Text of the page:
Local and international voices have been raised in response to the Ministry of Finance (MoF) division into three separate government institutions, according to the new plan by President Ashraf Ghani.
Among the critics is Anwarul Haq Ahadi, the former minister of finance during Karzai’s administration, who on Thursday described the move as “problematic and illogical”:
“If the dismembering happens in the Ministry of Finance, then this should be applied to the Ministry of Defense, Ministry of Education and other ministries too; therefore, I don’t see any logic behind this,” said Ahadi.
Meanwhile, a document seen by TOLOnews on Friday shows that President Ghani has approved the formation of a directorate under the Administrative Office of the President to run government companies and limited partnerships as well as their projects. The authority was previously operating under the Finance Ministry.
The document shows that Haris Hanaan has been appointed to head the directorate.
Some lawmakers in Afghanistan’s parliament also expressed concerns over the move by Ghani to split the Finance Ministry into three separate entities, saying the president wants to bring three money-generating entities of the ministry under the control of the Presidential Palace.
The ministry will be divided into the office of revenues and customs, the office of the treasury, and the finance administration, said sources earlier this week.
Lawmakers said that the government, by making such a move, wants to evade accountability for the money-generating entities.
“This is against the law. It looks like an evasion of accountability to the house of people (parliament) and it is a kind of monopolization by the government where it (govt) tries to snatch the authorities of the parliament,” said Zalmai Noori, a member of the Afghan parliament’s finance and budget commission.
“The parliament will never allow this to happen,” said Farida Hamidi, a member of the parliament.
The Ministry of Finance has four deputy ministerial offices, including the deputy minister’s office for revenues and customs, the deputy minister’s office for policies, the deputy minister’s office for finance and the deputy minister’s office for administration. Sources said the deputy minister’s office for the policy will be transferred to the Ministry of Foreign Affairs.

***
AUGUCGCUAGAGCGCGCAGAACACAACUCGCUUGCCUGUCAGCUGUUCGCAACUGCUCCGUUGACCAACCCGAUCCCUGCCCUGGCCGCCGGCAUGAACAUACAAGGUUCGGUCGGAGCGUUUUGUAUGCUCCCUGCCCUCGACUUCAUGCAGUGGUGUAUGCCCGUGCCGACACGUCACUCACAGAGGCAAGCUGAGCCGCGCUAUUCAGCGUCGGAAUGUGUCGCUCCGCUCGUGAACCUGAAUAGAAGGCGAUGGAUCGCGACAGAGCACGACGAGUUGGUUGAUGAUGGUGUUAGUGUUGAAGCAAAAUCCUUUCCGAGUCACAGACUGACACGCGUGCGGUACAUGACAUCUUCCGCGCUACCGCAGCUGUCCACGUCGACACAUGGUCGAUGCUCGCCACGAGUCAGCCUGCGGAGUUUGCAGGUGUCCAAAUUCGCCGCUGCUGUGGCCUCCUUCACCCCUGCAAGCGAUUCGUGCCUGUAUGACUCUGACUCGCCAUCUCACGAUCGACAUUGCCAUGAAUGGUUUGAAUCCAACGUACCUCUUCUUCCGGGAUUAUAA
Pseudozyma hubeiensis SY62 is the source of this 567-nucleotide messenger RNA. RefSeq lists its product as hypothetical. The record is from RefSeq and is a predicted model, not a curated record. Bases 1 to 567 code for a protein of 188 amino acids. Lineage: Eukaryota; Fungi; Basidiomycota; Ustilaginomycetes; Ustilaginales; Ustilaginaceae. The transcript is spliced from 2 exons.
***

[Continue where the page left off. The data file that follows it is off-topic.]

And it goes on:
On March 31, the United States Institute of Peace said that dismembering of the Ministry of Finance in this manner will cripple the ministry.
United States Institute of Peace in the report stated that it believes that moving key ministry functions to the president’s office is bad for governance, development, and the sustainability of peace
“MoF plays a linchpin role in Afghanistan’s public sector. It raises well over $2 billion in government revenues annually; mobilizes and manages close to $3 billion of on-budget international aid per year; pays the salaries of some 400,000 Afghan civil servants (including more than 200,000 teachers) and over 300,000 soldiers and police; and is responsible for budgeting, spending, and accounting for the annual national budget of more than $5 billion. It is a critical hub of the government, interacting with other ministries, parliament, aid donors, international institutions, audit agencies, and the private sector as well as the Afghan people. MoF pays for and financially oversees delivery of key services—directly in the case of education, and indirectly in the case of basic public health,” according to the United States Institute of Peace.
Alice G. Wells, the US’s Principal Deputy Assistant Secretary for South and Central Asian Affairs tweeted the “troubling” USIP report that described the Afghan government’s “carving out” parts of the MoF and bringing them under Palace control. Wells said: “The Afghan people need an accountable government.”